Residents near Rt 33 file lawsuit over proposed Kensington Expressway tunnel project in Buffalo

The fight isn’t over until it’s over, and for people who live near the Kensington Expressway in Buffalo, the battle to prevent a tunnel to cap the highway is far from done.

By Monday, three lawsuits will be filed in State Supreme Court challenging the project, trying to prevent the $1 billion construction effort from starting without a drastic redesign.

The complaints focus on two key components of the state’s efforts: the environmental review process, which two cases will argue was insufficient and did not fully comply with state environmental laws, while the third to be filed Monday says the state’s Department of Transportation did not have the authority to build the expressway in the first place, making the new proposal a violation of citizens’ rights to a healthy environment as codified in Section 19 of Article 1 of the state constitution, better known as the Green Amendment.

The state’s proposed project would put a cap on ¾ of a mile of the expressway, from just north of Martin Luther King Jr. Park into downtown Buffalo, and putting greenspace on top to mimic the conditions along Humboldt Parkway prior to the expressway’s construction several decades ago.

The lawsuits have been filed by nearly two dozen residents in Buffalo’s East Side, closest to the highway, and have the support of the East Side Parkways Coalition, an organization that has been calling for the highway to be outright removed and restored to its original park-like setting. The group argues the radial streets around the existing expressway are sufficient to handle the estimated 75,000 cars that travel on the Kensington daily, adding that the expressway was approved at a time when Buffalo’s population was, and was expected to be, closer to a million people.

Alan Bozer, a senior attorney on behalf of the plaintiffs from Phillips Lytle, said his clients “will not accept this mediocre, second-rate, incomplete plan” and will continue their fight for one that restores their neighborhood and helps address health and safety concerns associated with both the existing highway and the proposal to build a tunnel instead.

One of the plaintiffs, Dennice Barr, is a resident of the Fruit Belt and said she’s concerned for the health of herself and her neighbors. “We live in a cancer cluster and are surrounded by hospitals that can’t save us. Instead of the state looking at what is best for the residents affected, they are looking at what is best for the Department of Transportation. They should want to fix it and improve it and make it better for us.”

Another plaintiff and resident, Tendaji Ya’Ukuu, said he questioned not only the safety of the project but whether it would do anything to improve or protect the health of those who live closest to the road.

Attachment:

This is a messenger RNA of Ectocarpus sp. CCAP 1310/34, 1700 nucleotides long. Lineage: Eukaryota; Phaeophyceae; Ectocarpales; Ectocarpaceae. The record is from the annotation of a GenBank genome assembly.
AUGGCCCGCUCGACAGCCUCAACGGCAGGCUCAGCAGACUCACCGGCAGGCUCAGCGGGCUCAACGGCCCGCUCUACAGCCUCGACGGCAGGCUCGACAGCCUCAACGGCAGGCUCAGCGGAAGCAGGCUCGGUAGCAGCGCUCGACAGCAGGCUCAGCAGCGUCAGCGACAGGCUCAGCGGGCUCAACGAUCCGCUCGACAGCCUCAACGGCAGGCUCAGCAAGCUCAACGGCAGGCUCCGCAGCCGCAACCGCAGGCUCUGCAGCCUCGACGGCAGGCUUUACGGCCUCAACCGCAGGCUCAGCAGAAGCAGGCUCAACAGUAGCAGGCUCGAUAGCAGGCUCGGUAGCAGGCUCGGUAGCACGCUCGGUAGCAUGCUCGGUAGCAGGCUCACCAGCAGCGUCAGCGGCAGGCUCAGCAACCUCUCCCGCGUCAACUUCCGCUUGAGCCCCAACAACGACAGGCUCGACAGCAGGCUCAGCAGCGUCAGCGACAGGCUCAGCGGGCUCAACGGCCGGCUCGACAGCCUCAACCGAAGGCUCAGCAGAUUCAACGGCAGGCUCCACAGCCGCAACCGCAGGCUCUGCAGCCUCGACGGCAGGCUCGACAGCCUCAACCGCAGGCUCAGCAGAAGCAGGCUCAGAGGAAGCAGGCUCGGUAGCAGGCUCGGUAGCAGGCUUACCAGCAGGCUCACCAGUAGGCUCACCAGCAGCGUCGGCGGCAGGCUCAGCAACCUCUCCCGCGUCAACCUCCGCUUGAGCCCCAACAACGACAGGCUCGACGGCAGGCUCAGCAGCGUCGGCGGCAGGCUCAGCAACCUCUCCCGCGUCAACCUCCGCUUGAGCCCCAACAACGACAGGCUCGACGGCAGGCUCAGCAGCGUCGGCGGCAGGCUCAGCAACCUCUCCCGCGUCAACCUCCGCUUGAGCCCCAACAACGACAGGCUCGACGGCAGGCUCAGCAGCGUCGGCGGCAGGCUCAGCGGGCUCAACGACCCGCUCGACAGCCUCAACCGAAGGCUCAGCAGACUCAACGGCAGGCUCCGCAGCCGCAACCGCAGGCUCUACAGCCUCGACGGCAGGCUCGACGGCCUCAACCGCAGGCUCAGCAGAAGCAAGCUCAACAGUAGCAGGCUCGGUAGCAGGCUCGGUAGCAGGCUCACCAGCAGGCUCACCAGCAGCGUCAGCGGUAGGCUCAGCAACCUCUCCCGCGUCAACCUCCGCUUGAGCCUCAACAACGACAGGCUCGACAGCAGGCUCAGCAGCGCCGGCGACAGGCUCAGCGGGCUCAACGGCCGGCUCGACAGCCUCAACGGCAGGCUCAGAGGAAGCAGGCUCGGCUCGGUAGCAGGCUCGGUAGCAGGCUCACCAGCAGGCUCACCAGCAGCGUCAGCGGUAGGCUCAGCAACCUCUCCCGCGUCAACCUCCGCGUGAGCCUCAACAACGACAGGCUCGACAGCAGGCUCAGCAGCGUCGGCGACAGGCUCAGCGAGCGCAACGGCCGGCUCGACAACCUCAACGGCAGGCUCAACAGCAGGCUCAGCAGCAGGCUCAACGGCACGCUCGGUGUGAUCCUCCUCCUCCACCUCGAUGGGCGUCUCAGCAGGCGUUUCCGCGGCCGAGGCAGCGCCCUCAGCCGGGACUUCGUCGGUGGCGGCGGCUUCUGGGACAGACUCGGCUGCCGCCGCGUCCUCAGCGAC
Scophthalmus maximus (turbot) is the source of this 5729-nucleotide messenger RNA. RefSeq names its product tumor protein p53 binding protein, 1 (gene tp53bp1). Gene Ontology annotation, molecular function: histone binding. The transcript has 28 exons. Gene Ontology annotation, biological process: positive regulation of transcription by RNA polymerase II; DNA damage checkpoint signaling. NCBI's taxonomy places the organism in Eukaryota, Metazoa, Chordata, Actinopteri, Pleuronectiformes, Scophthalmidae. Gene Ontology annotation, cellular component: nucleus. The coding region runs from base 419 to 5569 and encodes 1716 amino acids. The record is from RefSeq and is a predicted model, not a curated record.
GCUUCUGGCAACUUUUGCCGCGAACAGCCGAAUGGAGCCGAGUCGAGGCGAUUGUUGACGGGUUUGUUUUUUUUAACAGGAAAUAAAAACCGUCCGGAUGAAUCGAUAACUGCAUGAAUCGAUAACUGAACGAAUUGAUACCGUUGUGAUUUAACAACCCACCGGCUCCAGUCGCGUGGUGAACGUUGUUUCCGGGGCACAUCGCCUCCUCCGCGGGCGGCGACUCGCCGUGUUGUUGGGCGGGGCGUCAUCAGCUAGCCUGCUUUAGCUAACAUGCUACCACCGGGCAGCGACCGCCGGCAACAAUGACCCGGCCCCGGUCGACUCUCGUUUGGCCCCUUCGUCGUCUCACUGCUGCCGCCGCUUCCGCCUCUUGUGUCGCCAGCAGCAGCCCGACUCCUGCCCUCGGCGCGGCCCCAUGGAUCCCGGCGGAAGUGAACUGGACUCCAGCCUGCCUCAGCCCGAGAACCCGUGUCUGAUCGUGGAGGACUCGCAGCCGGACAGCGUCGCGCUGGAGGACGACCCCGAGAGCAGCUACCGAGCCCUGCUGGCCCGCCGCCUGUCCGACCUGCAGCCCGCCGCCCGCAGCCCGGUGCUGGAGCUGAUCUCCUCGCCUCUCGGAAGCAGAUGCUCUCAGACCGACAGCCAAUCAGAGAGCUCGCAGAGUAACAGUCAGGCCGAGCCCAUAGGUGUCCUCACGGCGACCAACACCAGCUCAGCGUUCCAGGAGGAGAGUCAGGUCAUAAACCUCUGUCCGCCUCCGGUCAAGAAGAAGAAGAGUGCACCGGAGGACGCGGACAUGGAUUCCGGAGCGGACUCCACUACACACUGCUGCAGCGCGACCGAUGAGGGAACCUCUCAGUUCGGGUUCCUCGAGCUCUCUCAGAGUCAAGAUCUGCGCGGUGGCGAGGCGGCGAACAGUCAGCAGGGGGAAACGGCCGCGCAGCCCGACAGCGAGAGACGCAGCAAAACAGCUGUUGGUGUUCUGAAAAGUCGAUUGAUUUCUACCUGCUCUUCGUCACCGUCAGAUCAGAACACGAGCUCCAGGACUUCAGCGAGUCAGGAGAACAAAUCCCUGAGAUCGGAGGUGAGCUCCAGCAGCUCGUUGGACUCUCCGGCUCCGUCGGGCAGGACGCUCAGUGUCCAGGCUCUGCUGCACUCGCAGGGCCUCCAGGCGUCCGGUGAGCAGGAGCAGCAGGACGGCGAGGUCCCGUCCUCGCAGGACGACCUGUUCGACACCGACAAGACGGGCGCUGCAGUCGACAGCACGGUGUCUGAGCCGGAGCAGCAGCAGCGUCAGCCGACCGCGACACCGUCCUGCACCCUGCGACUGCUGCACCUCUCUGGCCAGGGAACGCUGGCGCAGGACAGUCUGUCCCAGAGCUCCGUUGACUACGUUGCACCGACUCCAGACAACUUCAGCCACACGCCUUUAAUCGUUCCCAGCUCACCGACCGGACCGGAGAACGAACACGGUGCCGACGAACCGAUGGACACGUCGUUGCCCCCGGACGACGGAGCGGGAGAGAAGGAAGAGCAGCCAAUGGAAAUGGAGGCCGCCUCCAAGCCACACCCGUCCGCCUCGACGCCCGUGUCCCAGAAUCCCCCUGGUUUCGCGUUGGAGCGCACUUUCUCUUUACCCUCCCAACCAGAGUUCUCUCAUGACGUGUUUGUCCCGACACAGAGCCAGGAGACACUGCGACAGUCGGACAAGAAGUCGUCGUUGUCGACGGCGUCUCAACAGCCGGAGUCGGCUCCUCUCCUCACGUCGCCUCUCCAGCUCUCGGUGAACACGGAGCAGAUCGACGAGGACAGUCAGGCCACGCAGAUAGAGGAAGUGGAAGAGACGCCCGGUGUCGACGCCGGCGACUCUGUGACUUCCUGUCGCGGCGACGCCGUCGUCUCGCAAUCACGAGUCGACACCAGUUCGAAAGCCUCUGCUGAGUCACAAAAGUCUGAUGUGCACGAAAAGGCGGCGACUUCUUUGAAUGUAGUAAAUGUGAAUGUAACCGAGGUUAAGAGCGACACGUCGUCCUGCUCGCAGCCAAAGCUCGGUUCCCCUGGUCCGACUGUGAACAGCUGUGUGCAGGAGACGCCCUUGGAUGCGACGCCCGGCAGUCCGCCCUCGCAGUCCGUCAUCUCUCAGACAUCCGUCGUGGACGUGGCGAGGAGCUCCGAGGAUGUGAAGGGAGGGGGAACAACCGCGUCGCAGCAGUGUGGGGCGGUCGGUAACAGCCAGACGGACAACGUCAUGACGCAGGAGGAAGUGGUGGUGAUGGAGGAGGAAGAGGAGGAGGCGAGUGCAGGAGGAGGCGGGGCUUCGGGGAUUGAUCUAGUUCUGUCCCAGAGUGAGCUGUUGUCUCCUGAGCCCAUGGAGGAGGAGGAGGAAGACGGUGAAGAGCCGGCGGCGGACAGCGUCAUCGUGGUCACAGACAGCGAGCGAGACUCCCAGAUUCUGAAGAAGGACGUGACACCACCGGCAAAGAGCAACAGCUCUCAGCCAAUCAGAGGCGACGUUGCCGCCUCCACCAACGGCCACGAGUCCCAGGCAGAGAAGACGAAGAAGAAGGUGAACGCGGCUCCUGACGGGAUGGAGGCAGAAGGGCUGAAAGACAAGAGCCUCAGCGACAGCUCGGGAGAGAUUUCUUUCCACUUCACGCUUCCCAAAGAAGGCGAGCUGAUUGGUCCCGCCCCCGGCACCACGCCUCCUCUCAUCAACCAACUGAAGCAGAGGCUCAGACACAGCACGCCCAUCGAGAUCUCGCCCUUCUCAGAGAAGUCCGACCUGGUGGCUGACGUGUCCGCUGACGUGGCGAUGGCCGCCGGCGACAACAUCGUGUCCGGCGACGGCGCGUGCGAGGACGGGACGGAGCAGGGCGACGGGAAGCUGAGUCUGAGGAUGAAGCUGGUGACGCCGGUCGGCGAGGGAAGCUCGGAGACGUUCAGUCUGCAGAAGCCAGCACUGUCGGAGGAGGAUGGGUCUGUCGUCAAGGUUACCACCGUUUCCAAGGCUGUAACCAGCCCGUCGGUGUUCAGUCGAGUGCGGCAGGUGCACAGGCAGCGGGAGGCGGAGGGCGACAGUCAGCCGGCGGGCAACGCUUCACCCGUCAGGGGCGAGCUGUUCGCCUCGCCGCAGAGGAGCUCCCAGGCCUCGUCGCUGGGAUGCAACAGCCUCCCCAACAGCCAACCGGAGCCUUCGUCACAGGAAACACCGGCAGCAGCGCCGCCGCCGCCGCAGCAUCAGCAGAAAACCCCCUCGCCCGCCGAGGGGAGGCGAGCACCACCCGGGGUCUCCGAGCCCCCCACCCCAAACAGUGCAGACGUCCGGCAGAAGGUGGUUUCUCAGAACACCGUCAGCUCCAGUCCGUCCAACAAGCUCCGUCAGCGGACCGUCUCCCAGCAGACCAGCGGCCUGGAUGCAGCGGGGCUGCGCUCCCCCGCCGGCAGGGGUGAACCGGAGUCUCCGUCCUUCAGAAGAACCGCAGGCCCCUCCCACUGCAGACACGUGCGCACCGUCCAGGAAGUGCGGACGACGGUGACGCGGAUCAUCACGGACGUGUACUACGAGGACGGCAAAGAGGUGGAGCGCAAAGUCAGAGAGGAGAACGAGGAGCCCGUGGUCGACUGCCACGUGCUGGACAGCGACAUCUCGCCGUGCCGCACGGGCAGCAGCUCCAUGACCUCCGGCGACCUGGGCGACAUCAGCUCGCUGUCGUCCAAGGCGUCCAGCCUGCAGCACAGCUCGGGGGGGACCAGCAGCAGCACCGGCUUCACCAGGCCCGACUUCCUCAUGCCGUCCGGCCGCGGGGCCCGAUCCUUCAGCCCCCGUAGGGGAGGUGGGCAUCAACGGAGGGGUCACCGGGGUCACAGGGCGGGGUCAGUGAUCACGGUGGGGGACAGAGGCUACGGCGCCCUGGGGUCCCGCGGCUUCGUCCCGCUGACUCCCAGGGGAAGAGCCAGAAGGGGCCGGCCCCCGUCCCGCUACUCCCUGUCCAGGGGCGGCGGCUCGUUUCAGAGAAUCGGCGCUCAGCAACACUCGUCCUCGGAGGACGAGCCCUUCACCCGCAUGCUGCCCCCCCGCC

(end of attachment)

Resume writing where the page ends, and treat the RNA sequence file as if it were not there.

“I hope the lawsuits are able to delay the project so much that the engineers and the politicians working on its development see there is community pushback and decide there are other routes within this project’s development to take.”

A third, Marcia Ladinia, used to work for the Department of Environmental Conservation and has concerns about the project overall. “I’ve seen people get sick, die, and all because of this expressway. I see no reason to have a six-lane to have a six-lane expressway through a residential neighborhood. It’s ridiculous, and then to have them build the tunnel and perpetuate this for another 100 years is insane. It will continue to damage our health, it will damage our homes.”

The East Side Parkways Coalition, which has long fought against any work on the Kensington that wasn’t a complete replacement of the highway with parkland, points to the successful infill of the so-called Inner Loop in Rochester, in which a ⅔ mile segment of highway was filled, and a new streetscape built with greenspace, at a cost of $22 million. That effort was a partnership between the city of Rochester, the New York State Department of Transportation, with the Federal Highway Administration acting as consultants. The resulting project, including $200 million in private housing developments, was so successful, Rochester is now looking to take the same approach with an additional mile and a half of highway.

A spokesperson for Gov. Kathy Hochul said nothing about the lawsuits specifically, only that the environmental review conducted before the project was approved by the state “adhered to all applicable state and federal laws and we look forward to moving forward the project forward in the coming months,” as the governor has stated she’d like to see construction begin by the end of the year.

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